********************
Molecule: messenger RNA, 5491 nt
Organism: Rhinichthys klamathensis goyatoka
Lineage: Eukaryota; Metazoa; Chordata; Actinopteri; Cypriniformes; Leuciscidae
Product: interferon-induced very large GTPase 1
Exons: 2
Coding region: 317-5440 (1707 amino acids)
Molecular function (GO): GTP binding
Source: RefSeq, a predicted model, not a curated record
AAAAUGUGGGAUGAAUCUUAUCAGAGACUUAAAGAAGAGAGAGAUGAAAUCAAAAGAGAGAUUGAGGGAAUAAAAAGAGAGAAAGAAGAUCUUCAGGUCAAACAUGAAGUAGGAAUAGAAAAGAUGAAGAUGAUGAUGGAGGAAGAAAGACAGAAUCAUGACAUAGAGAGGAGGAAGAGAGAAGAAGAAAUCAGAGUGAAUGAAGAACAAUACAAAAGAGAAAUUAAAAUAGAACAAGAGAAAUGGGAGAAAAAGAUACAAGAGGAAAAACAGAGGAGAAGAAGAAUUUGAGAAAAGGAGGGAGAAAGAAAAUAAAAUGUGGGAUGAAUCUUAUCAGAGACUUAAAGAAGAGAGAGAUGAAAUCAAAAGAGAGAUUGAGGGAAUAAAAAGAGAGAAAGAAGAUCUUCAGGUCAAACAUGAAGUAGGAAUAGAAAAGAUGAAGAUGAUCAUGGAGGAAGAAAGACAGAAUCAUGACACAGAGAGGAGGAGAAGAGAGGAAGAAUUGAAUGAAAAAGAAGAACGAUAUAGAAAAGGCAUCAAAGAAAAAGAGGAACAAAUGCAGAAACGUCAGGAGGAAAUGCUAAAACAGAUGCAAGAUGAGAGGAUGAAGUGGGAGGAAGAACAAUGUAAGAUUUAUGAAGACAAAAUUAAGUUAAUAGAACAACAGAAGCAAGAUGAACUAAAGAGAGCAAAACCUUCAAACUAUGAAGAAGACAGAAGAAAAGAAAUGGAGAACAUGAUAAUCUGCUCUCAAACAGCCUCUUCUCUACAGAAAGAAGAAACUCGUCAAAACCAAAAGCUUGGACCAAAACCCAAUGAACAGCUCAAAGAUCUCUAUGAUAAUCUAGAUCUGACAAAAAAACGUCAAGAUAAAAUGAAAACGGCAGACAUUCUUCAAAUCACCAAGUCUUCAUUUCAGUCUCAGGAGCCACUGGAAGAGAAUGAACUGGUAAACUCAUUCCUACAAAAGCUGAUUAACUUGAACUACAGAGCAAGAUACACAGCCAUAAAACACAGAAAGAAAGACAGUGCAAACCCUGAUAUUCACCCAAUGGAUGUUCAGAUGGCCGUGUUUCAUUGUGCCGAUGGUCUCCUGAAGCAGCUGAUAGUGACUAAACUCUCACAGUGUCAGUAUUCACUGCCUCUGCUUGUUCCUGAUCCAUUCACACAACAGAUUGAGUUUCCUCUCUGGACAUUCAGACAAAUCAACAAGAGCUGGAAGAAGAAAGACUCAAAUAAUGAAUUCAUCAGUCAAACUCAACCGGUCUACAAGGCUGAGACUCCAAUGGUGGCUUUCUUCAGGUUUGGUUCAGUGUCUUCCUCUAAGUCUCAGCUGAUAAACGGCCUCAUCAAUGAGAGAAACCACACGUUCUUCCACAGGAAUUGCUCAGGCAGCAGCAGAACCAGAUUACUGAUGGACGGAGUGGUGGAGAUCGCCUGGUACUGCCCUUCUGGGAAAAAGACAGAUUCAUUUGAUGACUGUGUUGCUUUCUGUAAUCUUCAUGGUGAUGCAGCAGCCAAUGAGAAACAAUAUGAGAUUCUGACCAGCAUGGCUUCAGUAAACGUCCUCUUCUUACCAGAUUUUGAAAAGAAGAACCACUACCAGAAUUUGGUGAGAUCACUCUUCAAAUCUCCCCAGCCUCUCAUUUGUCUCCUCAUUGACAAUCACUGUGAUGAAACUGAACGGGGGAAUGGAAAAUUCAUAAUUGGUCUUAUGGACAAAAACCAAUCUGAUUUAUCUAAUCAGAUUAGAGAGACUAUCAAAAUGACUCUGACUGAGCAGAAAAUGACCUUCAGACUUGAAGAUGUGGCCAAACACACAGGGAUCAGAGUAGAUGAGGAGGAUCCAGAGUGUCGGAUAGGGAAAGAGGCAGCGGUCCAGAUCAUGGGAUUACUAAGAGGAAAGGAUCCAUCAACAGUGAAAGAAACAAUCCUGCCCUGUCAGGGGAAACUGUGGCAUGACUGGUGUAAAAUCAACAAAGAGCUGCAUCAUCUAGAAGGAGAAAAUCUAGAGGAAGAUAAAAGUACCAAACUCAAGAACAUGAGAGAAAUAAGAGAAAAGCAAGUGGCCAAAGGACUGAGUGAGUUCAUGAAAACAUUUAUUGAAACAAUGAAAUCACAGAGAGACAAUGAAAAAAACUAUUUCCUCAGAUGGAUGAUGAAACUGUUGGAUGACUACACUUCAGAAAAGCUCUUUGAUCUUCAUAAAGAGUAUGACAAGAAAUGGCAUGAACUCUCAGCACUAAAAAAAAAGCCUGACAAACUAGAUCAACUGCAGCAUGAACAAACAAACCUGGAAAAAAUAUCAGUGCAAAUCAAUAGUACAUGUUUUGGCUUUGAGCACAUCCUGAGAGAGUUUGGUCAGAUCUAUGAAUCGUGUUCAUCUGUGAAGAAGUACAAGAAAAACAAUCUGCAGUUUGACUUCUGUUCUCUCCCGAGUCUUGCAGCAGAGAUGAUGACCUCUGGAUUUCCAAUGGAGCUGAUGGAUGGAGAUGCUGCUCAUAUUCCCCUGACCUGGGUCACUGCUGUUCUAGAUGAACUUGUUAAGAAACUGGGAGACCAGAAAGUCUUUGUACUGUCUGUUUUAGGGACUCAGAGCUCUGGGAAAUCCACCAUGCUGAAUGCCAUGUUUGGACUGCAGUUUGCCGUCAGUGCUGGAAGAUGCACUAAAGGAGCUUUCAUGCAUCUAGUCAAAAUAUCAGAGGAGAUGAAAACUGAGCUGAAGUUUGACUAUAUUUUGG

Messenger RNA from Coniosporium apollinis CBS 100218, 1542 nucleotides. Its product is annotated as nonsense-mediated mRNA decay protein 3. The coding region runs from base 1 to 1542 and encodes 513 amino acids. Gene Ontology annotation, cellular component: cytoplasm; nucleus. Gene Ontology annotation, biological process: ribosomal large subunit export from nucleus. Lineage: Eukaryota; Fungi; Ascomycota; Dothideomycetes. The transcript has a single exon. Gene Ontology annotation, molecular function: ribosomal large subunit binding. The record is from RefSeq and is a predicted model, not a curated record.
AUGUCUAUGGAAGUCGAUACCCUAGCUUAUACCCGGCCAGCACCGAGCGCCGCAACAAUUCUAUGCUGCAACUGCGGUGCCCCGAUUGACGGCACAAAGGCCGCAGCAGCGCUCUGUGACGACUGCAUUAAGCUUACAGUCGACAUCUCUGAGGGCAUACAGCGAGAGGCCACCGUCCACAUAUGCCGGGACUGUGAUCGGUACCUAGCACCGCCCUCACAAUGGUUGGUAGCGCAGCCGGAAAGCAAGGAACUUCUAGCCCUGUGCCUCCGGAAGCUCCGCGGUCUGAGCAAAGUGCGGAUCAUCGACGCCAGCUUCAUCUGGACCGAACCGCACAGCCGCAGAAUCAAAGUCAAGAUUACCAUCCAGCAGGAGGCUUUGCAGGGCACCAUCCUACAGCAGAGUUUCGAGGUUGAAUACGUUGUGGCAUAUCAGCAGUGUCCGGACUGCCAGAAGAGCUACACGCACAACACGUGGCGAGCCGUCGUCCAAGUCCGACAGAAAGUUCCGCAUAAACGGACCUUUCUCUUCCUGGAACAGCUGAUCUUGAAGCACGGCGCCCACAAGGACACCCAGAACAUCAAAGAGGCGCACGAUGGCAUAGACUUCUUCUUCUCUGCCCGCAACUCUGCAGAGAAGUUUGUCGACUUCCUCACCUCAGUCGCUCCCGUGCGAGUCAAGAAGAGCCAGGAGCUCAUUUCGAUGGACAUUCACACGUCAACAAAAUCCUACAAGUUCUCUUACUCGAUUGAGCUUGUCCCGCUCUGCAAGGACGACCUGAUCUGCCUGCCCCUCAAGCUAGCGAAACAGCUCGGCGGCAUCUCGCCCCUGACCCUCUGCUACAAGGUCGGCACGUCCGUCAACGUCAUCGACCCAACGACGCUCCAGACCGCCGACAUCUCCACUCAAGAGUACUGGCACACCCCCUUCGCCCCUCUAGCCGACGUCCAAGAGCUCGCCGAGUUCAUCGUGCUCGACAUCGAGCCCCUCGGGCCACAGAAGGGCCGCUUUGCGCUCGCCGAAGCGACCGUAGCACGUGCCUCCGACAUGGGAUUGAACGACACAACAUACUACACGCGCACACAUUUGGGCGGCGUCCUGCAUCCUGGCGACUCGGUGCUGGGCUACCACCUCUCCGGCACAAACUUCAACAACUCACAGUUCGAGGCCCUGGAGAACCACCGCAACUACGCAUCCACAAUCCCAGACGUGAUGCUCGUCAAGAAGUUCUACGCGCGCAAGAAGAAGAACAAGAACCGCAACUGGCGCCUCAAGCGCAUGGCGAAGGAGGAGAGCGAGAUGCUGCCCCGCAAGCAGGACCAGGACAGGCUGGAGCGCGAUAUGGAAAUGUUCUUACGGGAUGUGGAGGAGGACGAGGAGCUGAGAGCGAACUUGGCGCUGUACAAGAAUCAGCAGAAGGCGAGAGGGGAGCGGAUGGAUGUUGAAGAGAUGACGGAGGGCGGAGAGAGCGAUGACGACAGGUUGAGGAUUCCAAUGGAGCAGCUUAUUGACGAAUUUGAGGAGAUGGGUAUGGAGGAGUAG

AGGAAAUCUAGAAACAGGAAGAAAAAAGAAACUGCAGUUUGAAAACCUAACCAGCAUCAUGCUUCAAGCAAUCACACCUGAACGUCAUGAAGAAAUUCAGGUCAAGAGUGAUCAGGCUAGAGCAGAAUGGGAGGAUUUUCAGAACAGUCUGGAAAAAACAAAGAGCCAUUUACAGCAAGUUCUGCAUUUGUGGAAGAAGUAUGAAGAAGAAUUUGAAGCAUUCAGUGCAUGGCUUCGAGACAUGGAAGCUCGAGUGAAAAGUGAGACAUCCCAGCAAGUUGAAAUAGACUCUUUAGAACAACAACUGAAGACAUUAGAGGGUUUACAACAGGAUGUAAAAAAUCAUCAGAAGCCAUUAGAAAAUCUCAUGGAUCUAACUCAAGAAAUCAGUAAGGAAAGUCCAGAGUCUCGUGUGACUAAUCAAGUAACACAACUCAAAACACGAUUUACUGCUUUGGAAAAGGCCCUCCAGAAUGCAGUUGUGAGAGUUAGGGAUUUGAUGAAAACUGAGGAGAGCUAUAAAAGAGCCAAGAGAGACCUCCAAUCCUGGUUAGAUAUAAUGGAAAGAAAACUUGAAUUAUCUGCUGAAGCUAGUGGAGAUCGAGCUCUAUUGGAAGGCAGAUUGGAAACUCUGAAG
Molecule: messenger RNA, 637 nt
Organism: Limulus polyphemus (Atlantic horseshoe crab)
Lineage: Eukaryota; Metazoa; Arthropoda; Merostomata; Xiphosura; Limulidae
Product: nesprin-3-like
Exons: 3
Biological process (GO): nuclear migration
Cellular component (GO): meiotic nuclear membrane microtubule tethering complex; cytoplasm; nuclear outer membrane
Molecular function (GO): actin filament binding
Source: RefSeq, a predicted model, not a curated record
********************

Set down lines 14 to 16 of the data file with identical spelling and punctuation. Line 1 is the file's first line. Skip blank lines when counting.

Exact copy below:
Organism: Limulus polyphemus (Atlantic horseshoe crab)
Lineage: Eukaryota; Metazoa; Arthropoda; Merostomata; Xiphosura; Limulidae
Product: nesprin-3-like